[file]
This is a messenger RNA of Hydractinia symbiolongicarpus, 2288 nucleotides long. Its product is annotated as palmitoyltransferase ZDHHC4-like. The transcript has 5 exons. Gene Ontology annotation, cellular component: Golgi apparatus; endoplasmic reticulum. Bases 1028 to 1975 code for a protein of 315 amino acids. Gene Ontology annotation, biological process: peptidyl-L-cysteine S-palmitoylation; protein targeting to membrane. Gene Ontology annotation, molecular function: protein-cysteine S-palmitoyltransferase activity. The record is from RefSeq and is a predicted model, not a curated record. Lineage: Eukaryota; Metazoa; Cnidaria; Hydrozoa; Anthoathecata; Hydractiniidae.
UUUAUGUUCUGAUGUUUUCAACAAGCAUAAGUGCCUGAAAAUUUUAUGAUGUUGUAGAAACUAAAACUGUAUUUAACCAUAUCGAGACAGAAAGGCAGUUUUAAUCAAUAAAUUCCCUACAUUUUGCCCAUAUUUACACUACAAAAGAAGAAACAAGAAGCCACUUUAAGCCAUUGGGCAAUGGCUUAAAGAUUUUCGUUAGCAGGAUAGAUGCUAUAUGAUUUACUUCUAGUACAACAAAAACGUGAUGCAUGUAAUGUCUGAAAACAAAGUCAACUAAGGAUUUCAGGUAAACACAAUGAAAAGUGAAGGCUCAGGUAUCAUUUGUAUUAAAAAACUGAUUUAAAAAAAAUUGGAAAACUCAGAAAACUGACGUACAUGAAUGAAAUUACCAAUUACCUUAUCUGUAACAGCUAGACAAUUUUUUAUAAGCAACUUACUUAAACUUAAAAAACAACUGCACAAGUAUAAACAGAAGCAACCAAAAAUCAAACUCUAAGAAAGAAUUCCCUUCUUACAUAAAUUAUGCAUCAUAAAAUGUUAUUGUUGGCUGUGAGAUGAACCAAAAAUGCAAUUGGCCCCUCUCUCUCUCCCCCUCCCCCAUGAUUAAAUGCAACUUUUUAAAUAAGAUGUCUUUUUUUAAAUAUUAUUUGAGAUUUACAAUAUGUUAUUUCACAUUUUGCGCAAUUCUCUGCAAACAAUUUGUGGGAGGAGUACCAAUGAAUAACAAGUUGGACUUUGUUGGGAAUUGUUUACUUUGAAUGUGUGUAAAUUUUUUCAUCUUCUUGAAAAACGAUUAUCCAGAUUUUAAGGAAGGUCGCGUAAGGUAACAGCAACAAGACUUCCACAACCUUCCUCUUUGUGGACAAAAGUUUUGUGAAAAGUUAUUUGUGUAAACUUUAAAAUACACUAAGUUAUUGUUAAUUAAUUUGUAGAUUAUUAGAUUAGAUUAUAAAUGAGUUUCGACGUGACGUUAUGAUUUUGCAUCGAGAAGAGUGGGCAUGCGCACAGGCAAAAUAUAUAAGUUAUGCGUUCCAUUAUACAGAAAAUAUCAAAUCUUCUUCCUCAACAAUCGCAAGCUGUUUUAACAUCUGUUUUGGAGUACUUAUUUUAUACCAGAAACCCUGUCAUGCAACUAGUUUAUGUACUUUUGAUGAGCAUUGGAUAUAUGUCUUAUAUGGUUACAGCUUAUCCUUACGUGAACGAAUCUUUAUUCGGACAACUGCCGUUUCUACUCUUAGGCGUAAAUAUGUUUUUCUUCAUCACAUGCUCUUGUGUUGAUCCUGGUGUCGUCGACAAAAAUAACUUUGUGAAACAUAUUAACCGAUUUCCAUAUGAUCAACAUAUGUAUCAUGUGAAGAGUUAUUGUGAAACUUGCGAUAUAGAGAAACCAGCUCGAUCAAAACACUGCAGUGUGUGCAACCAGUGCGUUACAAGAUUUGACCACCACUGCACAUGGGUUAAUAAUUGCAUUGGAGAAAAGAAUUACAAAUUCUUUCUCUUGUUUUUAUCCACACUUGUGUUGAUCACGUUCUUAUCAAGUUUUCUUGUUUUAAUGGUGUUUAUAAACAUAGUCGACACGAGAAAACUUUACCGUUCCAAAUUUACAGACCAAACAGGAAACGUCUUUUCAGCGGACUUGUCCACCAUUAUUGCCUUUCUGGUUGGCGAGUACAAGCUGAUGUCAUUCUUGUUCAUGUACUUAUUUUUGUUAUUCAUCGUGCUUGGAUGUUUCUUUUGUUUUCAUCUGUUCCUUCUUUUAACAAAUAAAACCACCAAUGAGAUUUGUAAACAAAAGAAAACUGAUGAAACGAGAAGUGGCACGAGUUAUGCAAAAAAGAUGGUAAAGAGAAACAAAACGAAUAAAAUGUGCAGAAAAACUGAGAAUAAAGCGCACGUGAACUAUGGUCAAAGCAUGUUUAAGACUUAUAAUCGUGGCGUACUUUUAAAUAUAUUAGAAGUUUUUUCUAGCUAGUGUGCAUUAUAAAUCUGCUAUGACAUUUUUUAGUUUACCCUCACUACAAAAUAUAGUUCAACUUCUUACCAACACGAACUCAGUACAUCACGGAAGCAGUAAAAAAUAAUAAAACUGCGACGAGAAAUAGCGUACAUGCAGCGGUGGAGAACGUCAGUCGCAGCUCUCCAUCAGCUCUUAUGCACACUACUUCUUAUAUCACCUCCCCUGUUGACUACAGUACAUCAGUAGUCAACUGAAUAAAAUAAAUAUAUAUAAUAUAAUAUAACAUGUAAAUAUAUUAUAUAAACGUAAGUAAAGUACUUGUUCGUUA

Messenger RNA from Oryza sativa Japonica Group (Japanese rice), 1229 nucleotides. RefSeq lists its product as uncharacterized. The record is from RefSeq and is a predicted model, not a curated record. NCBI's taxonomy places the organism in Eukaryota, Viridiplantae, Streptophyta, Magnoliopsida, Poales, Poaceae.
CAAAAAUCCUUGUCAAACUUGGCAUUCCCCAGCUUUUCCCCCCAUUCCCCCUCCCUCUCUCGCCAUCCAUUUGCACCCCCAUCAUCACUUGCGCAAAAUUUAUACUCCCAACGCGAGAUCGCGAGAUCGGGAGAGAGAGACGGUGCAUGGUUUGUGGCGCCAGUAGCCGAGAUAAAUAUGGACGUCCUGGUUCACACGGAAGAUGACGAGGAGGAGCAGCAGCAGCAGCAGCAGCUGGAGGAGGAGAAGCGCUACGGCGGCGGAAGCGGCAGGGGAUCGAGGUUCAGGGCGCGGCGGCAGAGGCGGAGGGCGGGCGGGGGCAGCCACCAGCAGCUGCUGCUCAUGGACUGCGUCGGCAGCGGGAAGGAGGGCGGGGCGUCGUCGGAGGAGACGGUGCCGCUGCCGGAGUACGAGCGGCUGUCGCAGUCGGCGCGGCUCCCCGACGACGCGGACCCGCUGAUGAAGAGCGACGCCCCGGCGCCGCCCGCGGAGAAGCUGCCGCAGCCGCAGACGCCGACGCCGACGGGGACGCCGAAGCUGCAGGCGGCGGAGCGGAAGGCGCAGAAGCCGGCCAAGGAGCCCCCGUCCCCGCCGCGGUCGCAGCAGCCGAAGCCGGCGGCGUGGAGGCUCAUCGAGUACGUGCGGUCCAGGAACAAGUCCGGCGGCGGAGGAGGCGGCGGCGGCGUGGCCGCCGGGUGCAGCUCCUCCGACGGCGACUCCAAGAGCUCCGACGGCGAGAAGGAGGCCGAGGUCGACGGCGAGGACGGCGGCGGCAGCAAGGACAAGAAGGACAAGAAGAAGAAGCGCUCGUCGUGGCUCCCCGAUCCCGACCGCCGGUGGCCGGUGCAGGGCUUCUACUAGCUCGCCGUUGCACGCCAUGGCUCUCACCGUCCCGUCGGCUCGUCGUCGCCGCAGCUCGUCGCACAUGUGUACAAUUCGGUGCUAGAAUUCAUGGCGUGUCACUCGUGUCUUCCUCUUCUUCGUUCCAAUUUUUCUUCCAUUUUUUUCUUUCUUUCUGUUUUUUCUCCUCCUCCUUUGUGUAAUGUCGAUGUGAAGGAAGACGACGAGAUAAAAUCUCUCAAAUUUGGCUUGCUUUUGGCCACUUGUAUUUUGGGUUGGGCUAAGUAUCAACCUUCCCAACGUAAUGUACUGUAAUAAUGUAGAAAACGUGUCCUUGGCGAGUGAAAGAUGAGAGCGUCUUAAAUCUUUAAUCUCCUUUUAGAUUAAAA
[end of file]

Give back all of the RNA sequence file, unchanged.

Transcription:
This is a messenger RNA of Hydractinia symbiolongicarpus, 2288 nucleotides long. Its product is annotated as palmitoyltransferase ZDHHC4-like. The transcript has 5 exons. Gene Ontology annotation, cellular component: Golgi apparatus; endoplasmic reticulum. Bases 1028 to 1975 code for a protein of 315 amino acids. Gene Ontology annotation, biological process: peptidyl-L-cysteine S-palmitoylation; protein targeting to membrane. Gene Ontology annotation, molecular function: protein-cysteine S-palmitoyltransferase activity. The record is from RefSeq and is a predicted model, not a curated record. Lineage: Eukaryota; Metazoa; Cnidaria; Hydrozoa; Anthoathecata; Hydractiniidae.
UUUAUGUUCUGAUGUUUUCAACAAGCAUAAGUGCCUGAAAAUUUUAUGAUGUUGUAGAAACUAAAACUGUAUUUAACCAUAUCGAGACAGAAAGGCAGUUUUAAUCAAUAAAUUCCCUACAUUUUGCCCAUAUUUACACUACAAAAGAAGAAACAAGAAGCCACUUUAAGCCAUUGGGCAAUGGCUUAAAGAUUUUCGUUAGCAGGAUAGAUGCUAUAUGAUUUACUUCUAGUACAACAAAAACGUGAUGCAUGUAAUGUCUGAAAACAAAGUCAACUAAGGAUUUCAGGUAAACACAAUGAAAAGUGAAGGCUCAGGUAUCAUUUGUAUUAAAAAACUGAUUUAAAAAAAAUUGGAAAACUCAGAAAACUGACGUACAUGAAUGAAAUUACCAAUUACCUUAUCUGUAACAGCUAGACAAUUUUUUAUAAGCAACUUACUUAAACUUAAAAAACAACUGCACAAGUAUAAACAGAAGCAACCAAAAAUCAAACUCUAAGAAAGAAUUCCCUUCUUACAUAAAUUAUGCAUCAUAAAAUGUUAUUGUUGGCUGUGAGAUGAACCAAAAAUGCAAUUGGCCCCUCUCUCUCUCCCCCUCCCCCAUGAUUAAAUGCAACUUUUUAAAUAAGAUGUCUUUUUUUAAAUAUUAUUUGAGAUUUACAAUAUGUUAUUUCACAUUUUGCGCAAUUCUCUGCAAACAAUUUGUGGGAGGAGUACCAAUGAAUAACAAGUUGGACUUUGUUGGGAAUUGUUUACUUUGAAUGUGUGUAAAUUUUUUCAUCUUCUUGAAAAACGAUUAUCCAGAUUUUAAGGAAGGUCGCGUAAGGUAACAGCAACAAGACUUCCACAACCUUCCUCUUUGUGGACAAAAGUUUUGUGAAAAGUUAUUUGUGUAAACUUUAAAAUACACUAAGUUAUUGUUAAUUAAUUUGUAGAUUAUUAGAUUAGAUUAUAAAUGAGUUUCGACGUGACGUUAUGAUUUUGCAUCGAGAAGAGUGGGCAUGCGCACAGGCAAAAUAUAUAAGUUAUGCGUUCCAUUAUACAGAAAAUAUCAAAUCUUCUUCCUCAACAAUCGCAAGCUGUUUUAACAUCUGUUUUGGAGUACUUAUUUUAUACCAGAAACCCUGUCAUGCAACUAGUUUAUGUACUUUUGAUGAGCAUUGGAUAUAUGUCUUAUAUGGUUACAGCUUAUCCUUACGUGAACGAAUCUUUAUUCGGACAACUGCCGUUUCUACUCUUAGGCGUAAAUAUGUUUUUCUUCAUCACAUGCUCUUGUGUUGAUCCUGGUGUCGUCGACAAAAAUAACUUUGUGAAACAUAUUAACCGAUUUCCAUAUGAUCAACAUAUGUAUCAUGUGAAGAGUUAUUGUGAAACUUGCGAUAUAGAGAAACCAGCUCGAUCAAAACACUGCAGUGUGUGCAACCAGUGCGUUACAAGAUUUGACCACCACUGCACAUGGGUUAAUAAUUGCAUUGGAGAAAAGAAUUACAAAUUCUUUCUCUUGUUUUUAUCCACACUUGUGUUGAUCACGUUCUUAUCAAGUUUUCUUGUUUUAAUGGUGUUUAUAAACAUAGUCGACACGAGAAAACUUUACCGUUCCAAAUUUACAGACCAAACAGGAAACGUCUUUUCAGCGGACUUGUCCACCAUUAUUGCCUUUCUGGUUGGCGAGUACAAGCUGAUGUCAUUCUUGUUCAUGUACUUAUUUUUGUUAUUCAUCGUGCUUGGAUGUUUCUUUUGUUUUCAUCUGUUCCUUCUUUUAACAAAUAAAACCACCAAUGAGAUUUGUAAACAAAAGAAAACUGAUGAAACGAGAAGUGGCACGAGUUAUGCAAAAAAGAUGGUAAAGAGAAACAAAACGAAUAAAAUGUGCAGAAAAACUGAGAAUAAAGCGCACGUGAACUAUGGUCAAAGCAUGUUUAAGACUUAUAAUCGUGGCGUACUUUUAAAUAUAUUAGAAGUUUUUUCUAGCUAGUGUGCAUUAUAAAUCUGCUAUGACAUUUUUUAGUUUACCCUCACUACAAAAUAUAGUUCAACUUCUUACCAACACGAACUCAGUACAUCACGGAAGCAGUAAAAAAUAAUAAAACUGCGACGAGAAAUAGCGUACAUGCAGCGGUGGAGAACGUCAGUCGCAGCUCUCCAUCAGCUCUUAUGCACACUACUUCUUAUAUCACCUCCCCUGUUGACUACAGUACAUCAGUAGUCAACUGAAUAAAAUAAAUAUAUAUAAUAUAAUAUAACAUGUAAAUAUAUUAUAUAAACGUAAGUAAAGUACUUGUUCGUUA

Messenger RNA from Oryza sativa Japonica Group (Japanese rice), 1229 nucleotides. RefSeq lists its product as uncharacterized. The record is from RefSeq and is a predicted model, not a curated record. NCBI's taxonomy places the organism in Eukaryota, Viridiplantae, Streptophyta, Magnoliopsida, Poales, Poaceae.
CAAAAAUCCUUGUCAAACUUGGCAUUCCCCAGCUUUUCCCCCCAUUCCCCCUCCCUCUCUCGCCAUCCAUUUGCACCCCCAUCAUCACUUGCGCAAAAUUUAUACUCCCAACGCGAGAUCGCGAGAUCGGGAGAGAGAGACGGUGCAUGGUUUGUGGCGCCAGUAGCCGAGAUAAAUAUGGACGUCCUGGUUCACACGGAAGAUGACGAGGAGGAGCAGCAGCAGCAGCAGCAGCUGGAGGAGGAGAAGCGCUACGGCGGCGGAAGCGGCAGGGGAUCGAGGUUCAGGGCGCGGCGGCAGAGGCGGAGGGCGGGCGGGGGCAGCCACCAGCAGCUGCUGCUCAUGGACUGCGUCGGCAGCGGGAAGGAGGGCGGGGCGUCGUCGGAGGAGACGGUGCCGCUGCCGGAGUACGAGCGGCUGUCGCAGUCGGCGCGGCUCCCCGACGACGCGGACCCGCUGAUGAAGAGCGACGCCCCGGCGCCGCCCGCGGAGAAGCUGCCGCAGCCGCAGACGCCGACGCCGACGGGGACGCCGAAGCUGCAGGCGGCGGAGCGGAAGGCGCAGAAGCCGGCCAAGGAGCCCCCGUCCCCGCCGCGGUCGCAGCAGCCGAAGCCGGCGGCGUGGAGGCUCAUCGAGUACGUGCGGUCCAGGAACAAGUCCGGCGGCGGAGGAGGCGGCGGCGGCGUGGCCGCCGGGUGCAGCUCCUCCGACGGCGACUCCAAGAGCUCCGACGGCGAGAAGGAGGCCGAGGUCGACGGCGAGGACGGCGGCGGCAGCAAGGACAAGAAGGACAAGAAGAAGAAGCGCUCGUCGUGGCUCCCCGAUCCCGACCGCCGGUGGCCGGUGCAGGGCUUCUACUAGCUCGCCGUUGCACGCCAUGGCUCUCACCGUCCCGUCGGCUCGUCGUCGCCGCAGCUCGUCGCACAUGUGUACAAUUCGGUGCUAGAAUUCAUGGCGUGUCACUCGUGUCUUCCUCUUCUUCGUUCCAAUUUUUCUUCCAUUUUUUUCUUUCUUUCUGUUUUUUCUCCUCCUCCUUUGUGUAAUGUCGAUGUGAAGGAAGACGACGAGAUAAAAUCUCUCAAAUUUGGCUUGCUUUUGGCCACUUGUAUUUUGGGUUGGGCUAAGUAUCAACCUUCCCAACGUAAUGUACUGUAAUAAUGUAGAAAACGUGUCCUUGGCGAGUGAAAGAUGAGAGCGUCUUAAAUCUUUAAUCUCCUUUUAGAUUAAAA